I will preface this with I have watched my fair share of anime, and have gone to anime conventions in the States. I like things with sad endings, and anime is rife with sad endings. Here is a sad ending for any anime lover who dreams of a life in Japan.
Anime is not Japanese. Now, I don’t mean that it doesn’t come from Japan, I mean it is culturally not Japanese.
|Sweet Hair Brah!|
The people in the shows are not Japanese, physically or culturally. Men in anime have interesting hair, some of them have spiked up hair, some of them have have long flowing hair, in any case there is a large variety of hair styles and colors. Japanese men have short black hair, I would say that a fraction of 1 percent of the male population has anything other than short black hair. Middle school, high school, and public sector workers are not allowed to dye their hair (unless they are preventing grey hairs), men are required to keep their hair short enough that it does not cover any part of their ears, or eyes. There is very little variety in men’s hair styles. Japanese women are lovely, but not very busty unlike in anime. Japanese people have brown eyes, they usually have monolids, and their eyes are less round then most other races. Anime characters however have huge eyes, abnormally huge. Culturally the people in Animes are absolutely not Japanese. Japanese are a remarkably cohesive people, they are very shy, and work very long hours. Anime would never sell anywhere if this was how the anime characters acted. Japanese also have no interest in watching reality on their televisions, so the characters are always extremely... extreme.
|Real life anime proportions|
I think most people can easily concede that the characters in Japanese shows are not very Japanese, but there are other facets that make anime Japanese right?
|Looks real to me|
I’ve been working in a Japanese elementary school for the last 6 months, Ben has been working at the middle school, and we have friends that work at the high school, so I can confidently tell you what is true and false about the portrayal of schools in Japan. I am excited to tell you that the way they are drawn is usually very accurate. Big windows, long halls, one large communal teachers room, seats in neat rows, and large chalk boards at the front of the classroom. The one thing you will often see in animes, but rarely in real life is grass, real school grounds are dirt, dirt, and only dirt, no grass, rarely any trees. Here are a few things that seem like they could be true in animes, but I have never seen.
Anime taught me I should expect bento boxes, cute bento boxes, with octopus sausage. In reality, all the students eat the school lunch, which is served in plates and bowls on trays. I am the only person in my schools that brings my own lunch. Children in anime are allowed on the roof. Not a single school that I’ve heard of allows anyone, let alone students on the roof. Students are also required to wear school uniforms, so the kids look very homogenous. Japanese school girl skirts are also much longer then they are portrayed in anime, and are usually knee length, they are usually very dark colors, not the bright colors found in Anime.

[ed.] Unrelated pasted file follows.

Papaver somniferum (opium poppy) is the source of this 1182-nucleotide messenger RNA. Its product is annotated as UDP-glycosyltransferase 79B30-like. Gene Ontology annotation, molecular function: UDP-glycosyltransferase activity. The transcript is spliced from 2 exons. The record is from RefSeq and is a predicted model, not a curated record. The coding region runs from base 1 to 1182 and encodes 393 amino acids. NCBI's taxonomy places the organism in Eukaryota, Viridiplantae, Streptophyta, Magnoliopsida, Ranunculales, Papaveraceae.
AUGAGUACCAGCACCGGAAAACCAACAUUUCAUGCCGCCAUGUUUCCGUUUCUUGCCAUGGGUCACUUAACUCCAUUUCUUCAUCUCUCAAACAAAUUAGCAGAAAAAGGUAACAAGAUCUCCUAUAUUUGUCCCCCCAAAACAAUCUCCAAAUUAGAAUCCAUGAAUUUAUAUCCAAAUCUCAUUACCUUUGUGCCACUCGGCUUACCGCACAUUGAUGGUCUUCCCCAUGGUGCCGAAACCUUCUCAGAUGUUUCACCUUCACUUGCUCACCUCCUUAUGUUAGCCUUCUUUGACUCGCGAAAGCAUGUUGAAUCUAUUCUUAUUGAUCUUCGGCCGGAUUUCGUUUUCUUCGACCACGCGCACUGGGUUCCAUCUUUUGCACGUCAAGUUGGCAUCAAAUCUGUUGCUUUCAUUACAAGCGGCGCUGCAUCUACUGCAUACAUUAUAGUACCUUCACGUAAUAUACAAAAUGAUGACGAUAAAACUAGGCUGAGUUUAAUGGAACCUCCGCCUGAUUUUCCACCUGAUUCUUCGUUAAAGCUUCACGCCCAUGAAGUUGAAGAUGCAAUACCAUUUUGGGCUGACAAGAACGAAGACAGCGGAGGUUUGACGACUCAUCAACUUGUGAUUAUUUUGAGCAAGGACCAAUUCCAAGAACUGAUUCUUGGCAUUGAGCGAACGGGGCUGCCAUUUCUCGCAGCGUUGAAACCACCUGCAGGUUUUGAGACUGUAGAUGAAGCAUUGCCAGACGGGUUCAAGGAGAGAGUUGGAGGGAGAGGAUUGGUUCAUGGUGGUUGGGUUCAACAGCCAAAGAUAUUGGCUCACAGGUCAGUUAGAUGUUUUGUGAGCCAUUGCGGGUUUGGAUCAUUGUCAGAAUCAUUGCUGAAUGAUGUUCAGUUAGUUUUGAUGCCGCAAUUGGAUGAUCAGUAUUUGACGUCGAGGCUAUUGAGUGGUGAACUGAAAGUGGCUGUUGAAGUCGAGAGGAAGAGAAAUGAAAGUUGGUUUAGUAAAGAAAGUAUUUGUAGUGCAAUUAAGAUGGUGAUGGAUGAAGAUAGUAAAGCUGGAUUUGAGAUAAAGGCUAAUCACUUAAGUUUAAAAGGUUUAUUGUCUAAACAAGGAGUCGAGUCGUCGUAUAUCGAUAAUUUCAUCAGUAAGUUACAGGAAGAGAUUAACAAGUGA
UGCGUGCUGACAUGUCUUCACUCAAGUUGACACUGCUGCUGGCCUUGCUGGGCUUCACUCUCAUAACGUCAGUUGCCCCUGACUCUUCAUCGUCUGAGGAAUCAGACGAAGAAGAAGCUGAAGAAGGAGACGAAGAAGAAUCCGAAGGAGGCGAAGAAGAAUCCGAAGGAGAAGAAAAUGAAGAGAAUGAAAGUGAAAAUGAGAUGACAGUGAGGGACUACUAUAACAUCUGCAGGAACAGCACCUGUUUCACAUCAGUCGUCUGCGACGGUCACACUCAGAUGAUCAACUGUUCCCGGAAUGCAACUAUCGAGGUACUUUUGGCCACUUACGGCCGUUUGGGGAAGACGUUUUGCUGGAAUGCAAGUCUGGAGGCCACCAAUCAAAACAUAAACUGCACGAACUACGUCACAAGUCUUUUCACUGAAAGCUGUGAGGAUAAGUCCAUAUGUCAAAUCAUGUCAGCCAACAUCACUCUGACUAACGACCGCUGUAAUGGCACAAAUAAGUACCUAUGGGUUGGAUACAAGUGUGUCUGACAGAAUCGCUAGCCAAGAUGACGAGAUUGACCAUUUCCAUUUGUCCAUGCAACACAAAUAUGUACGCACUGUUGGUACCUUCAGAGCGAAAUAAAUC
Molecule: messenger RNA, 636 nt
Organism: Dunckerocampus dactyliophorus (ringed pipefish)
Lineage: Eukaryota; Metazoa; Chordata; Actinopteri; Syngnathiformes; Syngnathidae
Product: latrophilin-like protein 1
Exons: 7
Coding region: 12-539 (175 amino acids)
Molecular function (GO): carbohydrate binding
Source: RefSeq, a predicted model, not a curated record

|Not even close|
One of the funniest things to think about when I think of some poor sucker coming to Japan because of what they saw in anime is how sorely disappointed they will be about the technology. Japan is nowhere near a robot revolution, which might not be surprising, but would you believe me if I told you that America is way more technologically savvy? My work computer runs windows 95, and my primary method of communicating with my bosses is by fax machine. People only pay in cash, my bank doesn’t have an online banking option, and in order to withdraw money from the ATM, I use what looks like a check book. Not only is Japan not the technological wonderland that anime (and western news sources) makes it out to be, it is way less technological than America.
|Still weird in Japan|
Now you are most likely thinking, “So maybe nothing in Anime does not portray Japan. Doesn’t matter, at least people like it there.” At this I sigh an make a very sad face. I think this might be the saddest part for anime lovers. Anime is just as popular in the United States as it is in Japan. I’m very sorry to tell you that there is just as much of a stigma against anime lovers here as in any other country. The only anime I ever see on TV is what I would consider cartoons, like Anpanman, and Doraimon. There is an Anime channel for people with a premium television subscription, but it shows the same stuff as cartoon network back home; One Piece, Naruto, and Bleach.
Now trembling you may work up the nerve to ask “At least it’s easier to buy right?” If I wanted to buy Anime, I would have to travel into Tokyo. In a normal DVD shop, the Anime section would probably take up 1/15thof the collection, which from my experience is about the same as in The States. The price isn’t better either; actually, usually anime tends to be more expensive here. Online shops are definitely your best bet.
For any anime lover that mustered up the courage to read to this point, and can still see through the twin waterfalls pouring down their face, I offer you a tasty morsel of hope. There is a place, where the people look and act like anime characters, the café girls are cute, high tech gadgetry dazzles, and anime is cheap and plentiful! It’s called Akihabara, a small district of Tokyo. It is what an Anime dreamed up, and is a fascinating place to visit.